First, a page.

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Re: [Gnumed-devel] estimated dob

From: Busser, Jim
Subject: Re: [Gnumed-devel] estimated dob
Date: Sun, 22 Jan 2012 21:44:10 +0000

On 2012-01-22, at 7:13 AM, Vaibhav Banait wrote:

> Though we may not save age as a field, allowing input as age and then 
> calculating date estimated on first jan will save lot of efforts on 
> receptionist level, where many people are not aware of dob. The age field if 
> attached to the dob by formula current year - age in years may simply should 
> be able to give approximate year. 

It would be possible to do it as follows:

- provide, in the patient creation widget and also the demographic identity 
edit area:

        in addition to Date of birth which already exists

        and in addition to Time (which in the creation widget already exists)
                (and which forms part of the fully specified date of birth in 
the identity edit area)

        the field "or Age"

- while a DOB is null, an entry into this field would be processed

- once the DOB is non-null, an entry into the "or Age" field would be ignored

An appropriate entry into

        "or Age"

could result in a DOB which has year = (January 1 of current year) minus 
interval (age) and which Vaibhav may find sufficient

*** but ***  if the praxis would include any infants then I can easily expect 
the scenario where a parent could bring a child who is known to be

        about 1 month old

or      about 3 months old

or      about 6 months old

and so if it is presently January of 2012 when this child has a record created 
in GNUmed I should think it advisable that age needs to accept some value more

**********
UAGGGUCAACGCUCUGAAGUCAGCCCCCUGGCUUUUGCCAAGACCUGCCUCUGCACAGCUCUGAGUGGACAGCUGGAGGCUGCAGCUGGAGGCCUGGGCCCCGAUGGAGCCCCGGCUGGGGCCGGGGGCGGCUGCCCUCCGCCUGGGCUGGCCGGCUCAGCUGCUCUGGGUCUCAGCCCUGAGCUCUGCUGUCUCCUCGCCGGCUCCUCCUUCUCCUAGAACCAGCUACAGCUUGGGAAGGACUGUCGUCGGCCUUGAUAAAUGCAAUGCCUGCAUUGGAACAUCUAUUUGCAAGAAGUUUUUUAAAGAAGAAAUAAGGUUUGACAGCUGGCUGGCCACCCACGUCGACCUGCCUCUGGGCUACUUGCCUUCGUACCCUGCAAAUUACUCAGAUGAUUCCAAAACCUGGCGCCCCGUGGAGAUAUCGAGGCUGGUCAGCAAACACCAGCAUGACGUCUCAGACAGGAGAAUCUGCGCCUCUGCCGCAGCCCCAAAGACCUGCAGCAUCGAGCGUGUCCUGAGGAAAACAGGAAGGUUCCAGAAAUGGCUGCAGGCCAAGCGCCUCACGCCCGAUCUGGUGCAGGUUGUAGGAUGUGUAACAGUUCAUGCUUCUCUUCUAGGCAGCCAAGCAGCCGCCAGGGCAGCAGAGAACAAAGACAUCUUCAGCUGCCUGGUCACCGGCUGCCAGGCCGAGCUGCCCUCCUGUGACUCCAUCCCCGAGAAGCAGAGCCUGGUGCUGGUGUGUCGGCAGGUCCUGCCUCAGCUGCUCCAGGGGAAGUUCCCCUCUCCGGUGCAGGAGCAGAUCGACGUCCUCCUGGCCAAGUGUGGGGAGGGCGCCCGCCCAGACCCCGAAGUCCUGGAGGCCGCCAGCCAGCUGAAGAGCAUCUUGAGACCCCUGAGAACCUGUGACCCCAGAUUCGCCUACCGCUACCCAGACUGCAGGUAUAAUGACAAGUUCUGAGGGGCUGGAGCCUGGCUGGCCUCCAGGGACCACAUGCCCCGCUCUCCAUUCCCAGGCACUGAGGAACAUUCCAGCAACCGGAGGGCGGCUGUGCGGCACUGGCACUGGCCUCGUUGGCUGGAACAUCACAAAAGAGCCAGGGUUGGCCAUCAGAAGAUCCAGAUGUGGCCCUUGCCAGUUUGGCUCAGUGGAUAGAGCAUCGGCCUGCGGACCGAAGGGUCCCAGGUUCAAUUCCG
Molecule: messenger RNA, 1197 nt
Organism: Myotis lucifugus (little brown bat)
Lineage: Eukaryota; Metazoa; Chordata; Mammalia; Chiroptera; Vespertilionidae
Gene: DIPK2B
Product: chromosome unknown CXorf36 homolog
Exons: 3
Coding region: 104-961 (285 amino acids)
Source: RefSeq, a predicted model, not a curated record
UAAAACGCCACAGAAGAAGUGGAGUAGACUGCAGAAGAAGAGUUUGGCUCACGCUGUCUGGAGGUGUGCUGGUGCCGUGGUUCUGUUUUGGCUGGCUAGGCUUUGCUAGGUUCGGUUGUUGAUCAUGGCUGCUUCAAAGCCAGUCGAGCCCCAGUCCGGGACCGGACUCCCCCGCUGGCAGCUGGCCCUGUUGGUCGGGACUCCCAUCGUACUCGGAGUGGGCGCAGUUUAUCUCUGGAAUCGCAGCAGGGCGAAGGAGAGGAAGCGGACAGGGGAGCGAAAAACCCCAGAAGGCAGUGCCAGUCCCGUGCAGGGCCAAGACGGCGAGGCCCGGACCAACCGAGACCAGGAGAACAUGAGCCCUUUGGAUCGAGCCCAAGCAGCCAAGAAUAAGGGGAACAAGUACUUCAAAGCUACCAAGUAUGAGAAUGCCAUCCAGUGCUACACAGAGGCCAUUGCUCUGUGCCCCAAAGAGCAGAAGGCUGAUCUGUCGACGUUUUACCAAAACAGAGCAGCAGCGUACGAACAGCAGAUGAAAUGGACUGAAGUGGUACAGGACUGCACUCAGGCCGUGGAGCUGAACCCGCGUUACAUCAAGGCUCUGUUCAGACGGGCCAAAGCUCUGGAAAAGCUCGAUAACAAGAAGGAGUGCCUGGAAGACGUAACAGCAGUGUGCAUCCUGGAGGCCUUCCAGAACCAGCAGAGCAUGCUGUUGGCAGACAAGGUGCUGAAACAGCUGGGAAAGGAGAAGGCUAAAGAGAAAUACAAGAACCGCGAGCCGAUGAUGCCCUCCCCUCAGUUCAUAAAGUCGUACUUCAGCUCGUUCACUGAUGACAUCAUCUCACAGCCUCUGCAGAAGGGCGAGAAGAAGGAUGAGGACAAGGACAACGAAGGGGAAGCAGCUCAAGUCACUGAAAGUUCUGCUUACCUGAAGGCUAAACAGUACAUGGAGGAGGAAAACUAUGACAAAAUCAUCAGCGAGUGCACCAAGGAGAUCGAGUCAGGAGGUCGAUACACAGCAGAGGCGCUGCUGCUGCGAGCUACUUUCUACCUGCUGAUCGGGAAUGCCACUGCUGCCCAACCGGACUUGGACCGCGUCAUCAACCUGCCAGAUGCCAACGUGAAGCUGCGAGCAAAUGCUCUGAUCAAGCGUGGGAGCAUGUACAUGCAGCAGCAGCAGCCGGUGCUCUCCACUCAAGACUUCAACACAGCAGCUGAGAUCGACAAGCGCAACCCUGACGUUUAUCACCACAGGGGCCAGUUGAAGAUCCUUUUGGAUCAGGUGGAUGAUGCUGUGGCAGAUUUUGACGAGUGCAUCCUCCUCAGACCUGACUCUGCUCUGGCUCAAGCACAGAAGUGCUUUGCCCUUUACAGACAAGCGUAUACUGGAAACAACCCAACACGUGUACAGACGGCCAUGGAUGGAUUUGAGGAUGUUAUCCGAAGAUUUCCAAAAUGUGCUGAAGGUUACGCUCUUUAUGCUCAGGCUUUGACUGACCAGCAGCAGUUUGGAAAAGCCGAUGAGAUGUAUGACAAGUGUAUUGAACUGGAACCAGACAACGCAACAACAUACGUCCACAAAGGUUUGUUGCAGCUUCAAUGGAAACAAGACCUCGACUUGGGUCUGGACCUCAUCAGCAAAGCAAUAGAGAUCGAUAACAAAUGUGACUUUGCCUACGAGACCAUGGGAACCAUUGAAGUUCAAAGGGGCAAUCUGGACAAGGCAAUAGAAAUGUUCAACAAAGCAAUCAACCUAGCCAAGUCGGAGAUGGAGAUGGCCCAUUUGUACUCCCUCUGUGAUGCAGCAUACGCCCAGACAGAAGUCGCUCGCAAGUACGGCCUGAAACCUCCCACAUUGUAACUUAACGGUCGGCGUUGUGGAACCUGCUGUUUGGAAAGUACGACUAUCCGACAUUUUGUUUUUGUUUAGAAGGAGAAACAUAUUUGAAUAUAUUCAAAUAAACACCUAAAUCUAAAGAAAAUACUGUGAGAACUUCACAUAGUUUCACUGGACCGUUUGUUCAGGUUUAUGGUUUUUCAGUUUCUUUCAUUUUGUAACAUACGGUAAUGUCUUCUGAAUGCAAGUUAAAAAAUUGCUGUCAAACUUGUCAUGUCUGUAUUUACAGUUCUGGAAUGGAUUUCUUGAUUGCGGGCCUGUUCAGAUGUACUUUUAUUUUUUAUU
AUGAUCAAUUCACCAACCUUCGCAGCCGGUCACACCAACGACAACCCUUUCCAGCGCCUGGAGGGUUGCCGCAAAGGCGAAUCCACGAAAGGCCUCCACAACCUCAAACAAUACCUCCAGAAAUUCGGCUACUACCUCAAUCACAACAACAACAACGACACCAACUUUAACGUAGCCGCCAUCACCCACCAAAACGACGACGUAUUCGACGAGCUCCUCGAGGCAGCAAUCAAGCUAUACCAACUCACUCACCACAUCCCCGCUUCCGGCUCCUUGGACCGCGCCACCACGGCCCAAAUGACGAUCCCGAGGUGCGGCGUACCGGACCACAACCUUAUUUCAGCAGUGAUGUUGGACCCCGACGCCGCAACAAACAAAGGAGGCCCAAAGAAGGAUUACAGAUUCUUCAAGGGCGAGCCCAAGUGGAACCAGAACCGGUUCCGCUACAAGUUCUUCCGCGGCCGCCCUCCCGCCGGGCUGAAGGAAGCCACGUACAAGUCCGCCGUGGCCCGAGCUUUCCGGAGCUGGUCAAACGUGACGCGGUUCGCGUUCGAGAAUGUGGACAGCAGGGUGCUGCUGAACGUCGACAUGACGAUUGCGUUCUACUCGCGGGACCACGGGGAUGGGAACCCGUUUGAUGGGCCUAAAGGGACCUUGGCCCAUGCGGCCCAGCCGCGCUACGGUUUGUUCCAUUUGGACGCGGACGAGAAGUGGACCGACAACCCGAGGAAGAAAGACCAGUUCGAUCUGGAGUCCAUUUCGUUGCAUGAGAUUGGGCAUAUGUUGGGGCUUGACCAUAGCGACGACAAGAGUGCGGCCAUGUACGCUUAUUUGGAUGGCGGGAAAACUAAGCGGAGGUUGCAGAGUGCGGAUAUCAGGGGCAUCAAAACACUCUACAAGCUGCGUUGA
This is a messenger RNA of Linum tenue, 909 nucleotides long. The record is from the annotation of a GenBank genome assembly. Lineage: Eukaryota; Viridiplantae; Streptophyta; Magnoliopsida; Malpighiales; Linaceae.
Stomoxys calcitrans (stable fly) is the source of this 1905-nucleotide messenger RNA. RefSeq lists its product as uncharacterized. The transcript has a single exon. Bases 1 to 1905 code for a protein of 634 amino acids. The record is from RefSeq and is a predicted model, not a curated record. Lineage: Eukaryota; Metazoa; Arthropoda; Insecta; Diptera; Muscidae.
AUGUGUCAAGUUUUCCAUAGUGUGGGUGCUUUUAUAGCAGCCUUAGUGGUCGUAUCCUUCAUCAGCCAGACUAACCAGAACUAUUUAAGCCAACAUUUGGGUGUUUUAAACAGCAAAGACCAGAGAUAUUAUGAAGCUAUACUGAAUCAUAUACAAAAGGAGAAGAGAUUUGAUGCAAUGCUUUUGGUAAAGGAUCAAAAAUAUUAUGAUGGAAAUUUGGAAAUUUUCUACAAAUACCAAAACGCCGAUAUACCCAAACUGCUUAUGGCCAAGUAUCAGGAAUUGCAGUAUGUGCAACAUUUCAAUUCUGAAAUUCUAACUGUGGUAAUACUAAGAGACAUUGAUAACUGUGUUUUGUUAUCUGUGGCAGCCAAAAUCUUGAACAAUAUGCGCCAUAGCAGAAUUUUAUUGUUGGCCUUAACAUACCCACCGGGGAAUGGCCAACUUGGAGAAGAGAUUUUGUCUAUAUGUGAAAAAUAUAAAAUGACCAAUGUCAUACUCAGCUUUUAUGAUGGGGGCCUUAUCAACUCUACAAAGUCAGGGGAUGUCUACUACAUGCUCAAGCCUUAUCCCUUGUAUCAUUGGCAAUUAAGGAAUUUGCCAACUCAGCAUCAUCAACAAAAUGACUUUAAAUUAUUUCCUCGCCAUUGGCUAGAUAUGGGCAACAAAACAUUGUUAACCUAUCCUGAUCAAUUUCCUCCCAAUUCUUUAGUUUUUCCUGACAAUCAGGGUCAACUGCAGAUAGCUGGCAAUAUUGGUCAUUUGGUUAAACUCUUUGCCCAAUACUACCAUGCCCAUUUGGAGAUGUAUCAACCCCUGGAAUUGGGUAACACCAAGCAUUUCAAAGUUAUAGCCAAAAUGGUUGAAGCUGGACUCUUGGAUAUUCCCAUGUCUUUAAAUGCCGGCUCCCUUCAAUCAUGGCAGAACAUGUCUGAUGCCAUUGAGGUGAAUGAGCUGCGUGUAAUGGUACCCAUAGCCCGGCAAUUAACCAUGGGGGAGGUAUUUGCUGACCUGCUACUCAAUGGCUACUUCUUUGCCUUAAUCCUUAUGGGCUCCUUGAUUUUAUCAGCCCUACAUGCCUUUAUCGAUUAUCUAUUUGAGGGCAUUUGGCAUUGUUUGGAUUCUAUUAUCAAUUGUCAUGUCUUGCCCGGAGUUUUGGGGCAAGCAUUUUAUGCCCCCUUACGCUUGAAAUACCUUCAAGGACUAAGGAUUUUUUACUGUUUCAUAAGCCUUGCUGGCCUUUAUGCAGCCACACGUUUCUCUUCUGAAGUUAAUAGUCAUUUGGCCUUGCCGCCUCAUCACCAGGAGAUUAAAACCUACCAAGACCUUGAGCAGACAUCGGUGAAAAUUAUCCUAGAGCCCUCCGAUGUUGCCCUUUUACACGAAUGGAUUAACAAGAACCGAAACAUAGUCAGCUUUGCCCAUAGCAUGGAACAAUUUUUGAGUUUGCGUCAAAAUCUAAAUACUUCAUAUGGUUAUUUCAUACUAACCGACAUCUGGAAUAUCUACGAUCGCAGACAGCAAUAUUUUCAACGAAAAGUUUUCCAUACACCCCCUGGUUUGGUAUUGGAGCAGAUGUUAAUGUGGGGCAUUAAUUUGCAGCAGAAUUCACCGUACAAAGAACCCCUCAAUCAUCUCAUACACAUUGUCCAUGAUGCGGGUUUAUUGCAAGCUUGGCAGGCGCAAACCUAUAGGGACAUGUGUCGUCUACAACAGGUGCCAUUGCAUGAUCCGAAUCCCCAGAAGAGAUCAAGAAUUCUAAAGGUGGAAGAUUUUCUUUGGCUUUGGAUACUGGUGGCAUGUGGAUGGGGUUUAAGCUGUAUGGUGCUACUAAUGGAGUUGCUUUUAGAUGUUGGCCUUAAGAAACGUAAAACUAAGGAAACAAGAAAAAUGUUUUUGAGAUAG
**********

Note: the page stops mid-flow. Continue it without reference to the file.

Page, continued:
than just integers. I think it should rather be an interval which 
Python/Postgres can handle.

This is because in the case of a child who is approximately six months of age 
(born approximately July of 2011) inputting


would result in a pseudo-date of birth of January 1 2011 and when this child 
then returns 4 months after the visit of January 2012 (say, in May of 2012) the 
amount of growth we would expect between age 6 months and age 10 months is very 
different from what will be incorrectly suggested by GNUmed if a child had 
truly gone from 12 months of age to 16 which is what GNUmed would make it 

Therefore, if an infant would be created with an estimated age of

        3 weeks

then GNUmed should assign a date of birth that is 21 days ago and set the 
"estimated" bit to "true" and if an older infant would be created with an 
estimated age of

        6 months

then GNUmed should assign a date of birth that is 6 months ago and set the 
"estimated" bit to "true".

If we would keep this consistent, then when creating a person on October 21 
with an estimated age of 60 years then GNUmed should assign a date of birth of 
October 21, 1952 and set the "estimated" bit to "true".

Now maybe some people (Liz?) will say it is important for "fake" dates of birth 
to be recognizably different from "real" dates of birth and that a choice of 
January 1 "kind of" achieves this but I am not sure that I agree because:

1) some people truly have January 1 as their month and date of birth

2) the praxis software should want to have flagged, anyway, that this was only 
a "fake" (estimated) dob

3) even when it is known in a praxis that a DOB is uncertain, there exists no 
routine way
        to communicate in a letter or report that the enclosed DOB is "fake"
        nor the degree of (in)accuracy in the estimate

4) we want to be careful not to mix clinical and administrative issues. When 
some administration contacts you and says

        "you did not properly identify this patient in your claim for 
                because your praxis says their DOB is January 1 however our
                system records them as having a DOB of January 3"

it is an advantage that GNUmed is not "required" to use January 1 either 
strictly (or even by default) in situations of a date being inaccurately known. 
The bit "estimated = true" can remain set and we may be happy to change this 
date to reduce annoyance complaints when it makes no difference clinically. I 
only do not know how we suggest to handle if different bureaucracies each 
insist that a single person has two different dates of birth. I suppose the 
praxis administrators should have to put the bureaucracies in touch with each 
other while providing any available support in trying to resolve a single date 
in common.

-- Jim

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